Paddy's Hope is an organization, founded in memory of Patrick V. Allen, and dedicated to advancing brain cancer research at Roswell Park Cancer Institute. Through this endeavor, we hope to be able to promote empirically-based, cutting-edge research that will improve prognoses and provide a sense of hope for current brain tumor patients and their families.
About Pat Allen
About Roswell Park Cancer Institute
Patrick V. Allen
Pat Allen was 53 years old when he was diagnosed January 27th, 2007 with a stage IV gliosarcoma brain tumor. At the time of the diagnosis, Pat's tumor was judged to be inoperable, and he was given between 6 and 12 months to live. It was a devastating prognosis-but luckily one that was quickly turned aside, as Pat was determined to beat the odds.
Just a few days later, Pat was seen by a neurosurgeon at Roswell Park Cancer Institute-Dr. Robert Fenstermaker-who agreed to remove Pat's tumor and aggressively treat his cancer. In the three years that followed, Pat endured a grueling battle with brain cancer. He underwent multiple brain surgeries, numerous rounds of chemotherapy and radiation, physical and occupational therapy, and a multitude of other serious medical complications. Through it all, the doctors and nurses at Roswell Park were a constant source of inspiration and reassurance. Their unyielding dedication to Pat's fight provided us all with the sense of hope we needed to beat the odds. Sure enough, Pat did beat the odds, tripling his prognosis and astounding everyone, including his own doctors. Sadly, Pat's fight came to an end when he passed away from complications related to the tumor on February 14th, 2010.
Despite Pat's passing however, his spirit still lives on for the countless family and friends that he left behind-most of whom remember him not just for his remarkable 3 year battle with brain cancer, but for the 53 years he lived cancer-free. Many remember Pat as a loyal and fun-loving friend, always good for a Manhattan or two on a Friday night. Some probably remember him as a colleague in the food business, who rode the ups and downs of the business along with everyone else, working hard in good times and bad. Others remember him as a Poppi-a warm and affectionate Grandpa who had a sweet spot for his granddaughters. He was a loving husband and partner for 35 years, a father who relentlessly believed in his children and their pursuits. No matter how you remember Pat, he was a man that lived his life fiercely, and touched many in the process.
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Roswell Park is different from most hospitals. It's a place where lofty goals don't seem so out of reach, and hope isn't an intangible, but rather something that doctors and nurses are giving to patients every single day. Roswell advocates a multi-disciplinary approach to cancer treatment, with research scientists and clinicians working hand and hand to find the safest, most effective treatments for patients. Roswell has a long list of honors and accreditations, but most notably, it is one of only 40 hospitals in the U.S. to be named a "comprehensive cancer center" by the National Cancer Institute.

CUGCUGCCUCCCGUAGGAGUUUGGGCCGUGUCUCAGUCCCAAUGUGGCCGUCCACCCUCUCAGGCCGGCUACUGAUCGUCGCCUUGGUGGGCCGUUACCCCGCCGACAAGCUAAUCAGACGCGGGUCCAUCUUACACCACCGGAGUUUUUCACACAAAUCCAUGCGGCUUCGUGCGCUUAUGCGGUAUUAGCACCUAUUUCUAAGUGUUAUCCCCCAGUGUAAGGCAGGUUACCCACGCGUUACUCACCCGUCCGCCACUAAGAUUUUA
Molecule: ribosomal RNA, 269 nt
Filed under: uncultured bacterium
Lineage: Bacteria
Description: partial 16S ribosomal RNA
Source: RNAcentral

It is also heavily involved in the Buffalo community, partnering with the University of Buffalo and a variety of other local businesses in their endeavors. Roswell occupies 25 downtown acres, including 15 buildings on its main campus, spanning over 1.6 million square feet. Over the past decade, it has added 1,000 new jobs, initiated one of the first hospital facilities in the country dedicated to Phase I cancer research studies, and has taken the lead in a variety of different research areas. Roswell returns $5 for every state dollar invested in it, spurring economic growth in biomedical technology across the region.
Yet, Roswell is about more than cutting-edge science and state of the art facilities. They work hard to understand what the cancer experience is like both for the patient and their family, and they strive to make that experience more manageable. From the valet parking out front, to the coffee cart that strolls through the waiting room, to a doctor who is willing to come out three or even four times to update you on how a procedure is going. Roswell understands that every patient is a father, a mother, a brother, a sister. They believe in the value of treating cancer aggressively, and they resist the notion that any diagnosis is a death sentence. When you're fighting for your life, there's no one better to have in your corner than a team of doctors and nurses at Roswell.
Given the amazing impact Roswell had on Pat, and the entire Allen family, proceeds from Paddy's Hope will be dedicated to advancing brain tumor research at RPCI. This year, funds will be allocated to the research program led by Pat's neurosurgeon, Dr. Robert Fenstermaker, who is currently working to develop a vaccine that will harness the body's own immune system against brain tumors. Specifically, Dr. Fenstermaker's team is using genetically engineered molecules, called peptide mimics, to trick an individual's immune system into killing tumor cells that it would not normally attack. The hope is that the resulting vaccine might provide a successful treatment for gliomas, and perhaps even other types of cancer, without having any toxic side effects. Results of the research to date suggest that the vaccine has been effective in preclinical animal studies, but more work must be done before it can be tested in humans.
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